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A SOLDIER’S STORY

Major Jim McClendon didn’t have an easy return to civilian life after serving his country. The depression, anxiety, and pain made getting up every day a challenge. ...
By Gretchen Van-Monette
Photo Courtesy -Of Major Papers
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Major Jim McClendon leads the charge for change. 

Major Jim McClendon didn’t have an easy return to civilian life after serving his country. The depression, anxiety, and pain made getting up every day a challenge. 

The former Marine from Philadelphia did manage to readjust his life—confronting his post-traumatic stress disorder (PTSD) and all the trials and tribulations that came with it, including homelessness—and began in a new direction. 

He credits cannabis for his transformation and successes and promotes the plant’s benefits to all who will listen. Sadly, his story isn’t unique among returning soldiers, but it needs to be told repeatedly until fundamental changes are enacted.

 

Soldier On

With four years of proud service as a Marine, including a tour in Iraq from 2008 to 2009, McClendon came home with issues he was painfully aware of but had no idea how to deal with. 

His PTSD eventually cost him a management career, friends, and a home. His mental and physical health deteriorated. If he slept more than two hours, he considered it a good night. 

After years of self-medicating with alcohol and street weed, he went to the Veterans Administration (VA) in 2014 for an evaluation, where he was officially diagnosed with PTSD. 

He tried various ways to cope with the illness but decided the help he needed wasn’t coming from the VA. “They were just going to put me on drugs that I didn’t want to be on,” he says. “I already knew from seeing other veterans and hearing the horror stories of the VA that I didn’t want to go the pharmaceutical route.

“I needed a deeper understanding of what I was going through so I could actually figure out how to live with it,”

McClendon adds. “PTSD is something you have forever. I was trying to save my life at the end of the day.” 

A chance encounter with a friend and former soldier led to a life-saving lightbulb moment when he rediscovered marijuana, and his life took a decided upturn. 

“When I started researching marijuana, the facts were right there,” says McClendon. “No one has ever died of a marijuana overdose, ever.” From his personal experience, he knew that statistic didn’t apply to alcohol or pharmaceuticals.

Once McClendon understood the mental health benefits of cannabis, he began smoking weed; eventually, he even tried psychedelic therapy. Acid wasn’t his “twist,” but mushrooms gave him some reprieve. Yet it has been marijuana that consistently provides daily relief from physical pain and mental stresses.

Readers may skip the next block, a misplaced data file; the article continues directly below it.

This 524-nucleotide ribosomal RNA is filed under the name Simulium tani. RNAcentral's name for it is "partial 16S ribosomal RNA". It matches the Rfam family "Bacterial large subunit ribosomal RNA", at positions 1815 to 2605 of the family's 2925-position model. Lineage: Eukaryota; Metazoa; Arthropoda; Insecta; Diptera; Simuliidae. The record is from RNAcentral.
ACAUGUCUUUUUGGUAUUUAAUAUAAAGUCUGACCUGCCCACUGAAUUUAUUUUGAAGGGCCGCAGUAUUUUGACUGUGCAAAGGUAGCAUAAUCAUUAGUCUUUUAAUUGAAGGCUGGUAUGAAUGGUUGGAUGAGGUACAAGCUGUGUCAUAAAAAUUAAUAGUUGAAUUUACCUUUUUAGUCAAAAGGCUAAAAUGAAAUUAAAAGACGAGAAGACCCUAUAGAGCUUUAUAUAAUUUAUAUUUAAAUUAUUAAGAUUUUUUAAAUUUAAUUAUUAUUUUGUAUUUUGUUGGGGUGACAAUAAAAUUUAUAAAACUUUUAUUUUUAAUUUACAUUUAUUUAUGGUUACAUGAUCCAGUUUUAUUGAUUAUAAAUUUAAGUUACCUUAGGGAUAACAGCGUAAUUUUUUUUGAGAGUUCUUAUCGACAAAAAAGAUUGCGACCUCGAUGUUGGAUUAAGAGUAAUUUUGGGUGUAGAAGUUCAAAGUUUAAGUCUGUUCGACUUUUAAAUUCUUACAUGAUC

“I usually smoke blunts, but since getting older, I’ve been resorting more to concentrates and joints,” he says. McClendon uses different strains for multiple problems, but indica is a favorite because it relaxes him. “I’m not tense or afraid of someone kicking down the door. Without marijuana, I wouldn’t be here,” he says. 

Photo Courtesy -Of Major Papers

Improvise, Adapt, and Overcome

McClendon literally puts his money where his mouth is. After his reincarnation, McClendon decided to get into the cannabis coalition and launched a line of hemp-rolling papers called Major Papers (www.instagram.com/majorspapers). The papers are sold at some shops across the Philadelphia area. 

“Rolling papers were a market I knew didn’t have much liability, and it was easier to get into,” he says. “Also, I won’t invest in something unless I personally would use it. These extremely durable and long-lasting rolling papers provide one of the smoothest smokes you’ll experience with rolling papers.” 

McClendon says he donates a portion of the rolling paper proceeds to veterans in need and organizes drives to collect donated goods. 

Since he was once homeless, McClendon tends to return to where he remembers most of the veterans staying. “I’ll also get word through sources on situations outside the ones I am already aware of. I’ll take the donated goods straight to the homeless veteran.” 

“I haven’t teamed up with many programs because I understand not all the money allocated for veterans will go to them,” he adds. This isn’t a shot at any veterans’ organizations, but most of the proceeds for these charities go to expenses outside of actual veterans. 

Photo Courtesy -Of Major Papers

Marching Forward

McClendon’s own experience has made him a vocal advocate of marijuana and how it can help veterans. While pleased with the trajectory the inevitable decriminalization and eventual legalization of marijuana is on, he’s not happy with how long it has taken to get to this point.

“It’s about damn time, even though it’s three years too late,” he says. “Too many veterans have died by suicide that could have found help through cannabis. If you spend time in combat, you must smoke some weed.”